8 Mindful Eating Musts for Physical and Emotional Health
How is your relationship with food? No matter the answer, you’re going to spend a substantial portion of your life preparing, eating, and thinking about your meals, so it’s in your best interest to devote time to maintaining and improving this relationship.
We all know the expression “you are what you eat,” but it’s becoming increasingly clear that you are also the way that you feel about what you eat. If you’re not happy with something in your life, be it your physical health, mental clarity, or body image, you may be surprised to learn that both Western medical science and world spiritual leaders agree on one counterintuitive point: the solution could lie less in what you are eating than in how you are eating it. No matter the nutritional content of a meal, one that is fully experienced in a spirit of joy and gratitude will provide better nourishment than a meal forced or consumed absent-mindedly. After all, the human body is an amazing piece of engineering, able to convert food into energy, vitality, and strength, and it does this best when your mind and body are working together.
Eating mindfully at each meal is a form of self-care, and should be approached in the same manner as a regular meditation practice. Treat the powering of your body with attentive kindness. You are the steward of your body, and should attend to your responsibility with love and respect.
Follow these 8 tips to increase mindfulness around meals:
1. Be grateful. Start each meal with thankfulness for all the people, plants, and animals that participated in creating your meal. Spend a little time picturing where the components of your meal actually came from. Reflect on all the things that had to happen to make this meal possible.
2. Slow down. Make each bite a little slower. Mindfulness helps you enjoy and digest your food and sends satiety cues to the body, which helps you to eat only as much as you need and feel satisfied throughout your day. Your body is full of wisdom if you know how to listen.
3. Observe. Note your thoughts during mealtime. Just note them. Don’t try to suppress or direct them. Note how many critical thoughts emerge about yourself and others, but don’t feel the need to act on or judge them. You can address them later—for now, just pay attention.
4. Eat your words. Be aware of how what you say can linger in the minds of others. At meals, speaking about body issues or expressing judgment about food may be harmful for someone who is struggling with their own relationship with food. On a broader scope, negative or hurtful words spoken at mealtime can have a harsher impact than if they were brought up in a different circumstance. Think before you speak.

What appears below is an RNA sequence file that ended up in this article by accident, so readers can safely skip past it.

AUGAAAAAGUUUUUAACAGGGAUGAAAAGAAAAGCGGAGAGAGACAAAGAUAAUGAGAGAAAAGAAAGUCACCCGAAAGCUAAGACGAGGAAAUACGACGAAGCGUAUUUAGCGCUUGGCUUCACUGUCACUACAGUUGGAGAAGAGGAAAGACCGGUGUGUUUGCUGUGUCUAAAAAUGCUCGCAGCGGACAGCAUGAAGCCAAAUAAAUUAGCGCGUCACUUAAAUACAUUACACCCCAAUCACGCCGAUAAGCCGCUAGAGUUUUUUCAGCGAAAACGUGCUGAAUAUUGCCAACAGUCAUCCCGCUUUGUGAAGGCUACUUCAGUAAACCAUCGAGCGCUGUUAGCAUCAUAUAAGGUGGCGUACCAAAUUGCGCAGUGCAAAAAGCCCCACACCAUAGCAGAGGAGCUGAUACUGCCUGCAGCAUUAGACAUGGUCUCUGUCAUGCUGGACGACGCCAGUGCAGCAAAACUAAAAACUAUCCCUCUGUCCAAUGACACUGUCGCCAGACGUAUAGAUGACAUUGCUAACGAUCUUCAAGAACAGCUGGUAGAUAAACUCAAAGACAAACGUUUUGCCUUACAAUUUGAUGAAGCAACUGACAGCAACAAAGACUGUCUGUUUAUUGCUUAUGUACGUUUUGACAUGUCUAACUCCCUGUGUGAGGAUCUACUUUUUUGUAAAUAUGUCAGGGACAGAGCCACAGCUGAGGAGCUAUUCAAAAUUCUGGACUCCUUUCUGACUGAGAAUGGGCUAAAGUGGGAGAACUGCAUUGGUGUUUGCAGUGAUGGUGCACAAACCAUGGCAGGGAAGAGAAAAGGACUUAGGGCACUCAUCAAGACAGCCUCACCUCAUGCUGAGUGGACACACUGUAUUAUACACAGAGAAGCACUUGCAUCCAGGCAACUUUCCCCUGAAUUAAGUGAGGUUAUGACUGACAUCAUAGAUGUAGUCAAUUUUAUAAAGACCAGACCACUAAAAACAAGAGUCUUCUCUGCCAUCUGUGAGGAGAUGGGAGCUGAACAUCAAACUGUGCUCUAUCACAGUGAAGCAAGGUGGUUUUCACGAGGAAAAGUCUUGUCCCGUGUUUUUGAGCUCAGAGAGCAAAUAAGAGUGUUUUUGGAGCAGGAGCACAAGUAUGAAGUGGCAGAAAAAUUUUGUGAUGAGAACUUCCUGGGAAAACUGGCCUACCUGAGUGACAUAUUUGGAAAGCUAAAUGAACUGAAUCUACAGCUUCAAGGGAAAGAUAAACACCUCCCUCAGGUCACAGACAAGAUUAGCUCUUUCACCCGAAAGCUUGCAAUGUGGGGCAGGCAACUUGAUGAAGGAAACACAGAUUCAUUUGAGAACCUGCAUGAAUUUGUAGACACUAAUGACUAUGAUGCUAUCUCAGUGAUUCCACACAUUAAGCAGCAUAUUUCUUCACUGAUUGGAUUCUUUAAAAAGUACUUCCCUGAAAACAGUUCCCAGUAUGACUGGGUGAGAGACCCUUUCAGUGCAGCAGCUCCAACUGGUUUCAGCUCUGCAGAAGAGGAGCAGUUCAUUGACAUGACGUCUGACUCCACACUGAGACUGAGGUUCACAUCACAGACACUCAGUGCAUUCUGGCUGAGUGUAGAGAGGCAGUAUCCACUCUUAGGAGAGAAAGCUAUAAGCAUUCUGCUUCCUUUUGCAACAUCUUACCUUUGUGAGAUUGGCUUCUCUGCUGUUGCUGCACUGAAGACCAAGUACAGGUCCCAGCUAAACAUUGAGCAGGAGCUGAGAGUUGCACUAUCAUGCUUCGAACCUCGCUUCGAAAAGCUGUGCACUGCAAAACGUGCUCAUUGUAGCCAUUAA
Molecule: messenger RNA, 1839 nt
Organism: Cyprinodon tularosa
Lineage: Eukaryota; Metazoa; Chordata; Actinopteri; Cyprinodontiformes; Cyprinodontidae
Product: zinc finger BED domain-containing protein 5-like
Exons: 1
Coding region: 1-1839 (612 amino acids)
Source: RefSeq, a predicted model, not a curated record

5. Stop multitasking. When it comes to eating, meditation, and other important areas of your life, practice being 100 percent present in what you are doing. You’ll be amazed at how your relationships improve and your enjoyment of life blooms.
6. Invite all your senses to the table. Smell your meal and revel in the different scents. Listen to the sounds involved in preparing the food. Chew slowly enough to savor the taste and texture of each morsel. You will develop keener senses and a greater appreciation for real food that better nourishes your body.
7. Check your internal hunger scale. In modern society, many people don’t know what true hunger feels like or what it means to eat just to point of being satisfied. Explore the different extremes of your hunger range, from “Must eat” to “Over-stuffed,” and check in with your hunger scale throughout the day, especially during meals.
8. Create the right environment. Take a look at your surroundings before you sit down to eat. Are they conducive to relaxation and calm digestion? Do you feel comfortable, both physically and mentally? Are there potential distractions or disruptions? Do what you can to make your eating space as peaceful as possible.
Do you practice mindful eating? What strategies do you use to help you stay in the moment at mealtimes? Share with us in the comments below!